Browsing: Lebrecht Weekly

It can be good for an artist to take a break from a big label. The German counter-tenor Andreas Scholl has been recording faithfully for Decca for about a decade without ever giving an impression of calling the shots in his career. Yes, he left lovely tracks of Dowland, Purcell, Bach and Handel, but no more than you’d expect of someone as good as he is in the heart of his Fach and not really breaking new ground. In the past couple of years Scholl has been working with his Israeli wife, the pianist and harpsichordist Tamar Halperin, along with…

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Jewish composers write violin concertos first, piano second. All other instruments are also-rans. Credit, then to Raphael Wallfisch for dusting off cello concertos by three Jews – the German-born Israeli Paul Ben-Haim, the Austrian-born film composer Erich Wolfgang Korngold and the Swiss-born American Ernest Bloch. Ben-Haim, in his 1962 cello concerto, performs his usual fusion act of west and east sonorities – though, on this occasion, not with Yemenite and Palestinian roots so much as Ladino-Balkan, and all the more mellifluous for it. The adagio is especially compelling. Bloch’s Symphony for cello and orchestra (1954 and his earlier Baal Shem…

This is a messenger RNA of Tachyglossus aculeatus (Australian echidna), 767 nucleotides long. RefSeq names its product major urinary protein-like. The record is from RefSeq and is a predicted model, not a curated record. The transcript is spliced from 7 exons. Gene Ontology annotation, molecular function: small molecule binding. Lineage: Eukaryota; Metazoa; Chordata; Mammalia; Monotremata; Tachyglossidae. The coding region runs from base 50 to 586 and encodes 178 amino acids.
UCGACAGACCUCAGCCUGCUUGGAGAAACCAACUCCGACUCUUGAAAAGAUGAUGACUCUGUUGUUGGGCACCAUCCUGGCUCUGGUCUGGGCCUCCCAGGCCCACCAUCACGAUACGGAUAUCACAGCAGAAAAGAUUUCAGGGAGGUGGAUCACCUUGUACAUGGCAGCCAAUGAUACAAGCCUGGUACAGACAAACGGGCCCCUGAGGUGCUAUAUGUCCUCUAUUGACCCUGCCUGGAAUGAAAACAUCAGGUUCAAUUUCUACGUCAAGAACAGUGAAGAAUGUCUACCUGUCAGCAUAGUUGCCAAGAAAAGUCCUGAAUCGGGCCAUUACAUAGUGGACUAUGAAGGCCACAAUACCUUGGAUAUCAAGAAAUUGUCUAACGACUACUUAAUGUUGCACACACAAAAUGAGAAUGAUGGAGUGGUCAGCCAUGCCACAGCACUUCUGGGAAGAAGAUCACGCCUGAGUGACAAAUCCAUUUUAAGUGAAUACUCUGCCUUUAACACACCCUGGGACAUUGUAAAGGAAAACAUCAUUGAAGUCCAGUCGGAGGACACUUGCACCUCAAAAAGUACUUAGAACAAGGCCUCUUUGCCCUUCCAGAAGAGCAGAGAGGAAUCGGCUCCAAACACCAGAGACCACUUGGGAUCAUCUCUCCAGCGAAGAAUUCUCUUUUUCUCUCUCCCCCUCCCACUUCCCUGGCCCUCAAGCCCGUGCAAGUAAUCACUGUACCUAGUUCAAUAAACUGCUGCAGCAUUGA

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Recordings of these concertos begin with the composer himself and continue with Vladimir Horowitz, whom Rachmaninov acknowledged as the superior interpreter. The benchmark in modern times was set by Vladimir Ashkenazy with Andre Previn on Decca, an act of concentration and mutual challenge that few others could sustain across the series. My feeling is that Daniil Trifonov and Yannick Nézet-Séguin have set the benchmark for the next quarter-century. Outstanding in their previous release of the 2nd and 4th concertos, they deliver a performance of the first concerto that makes light of its difficulties and hesitations, lightening also its endemic morbidity…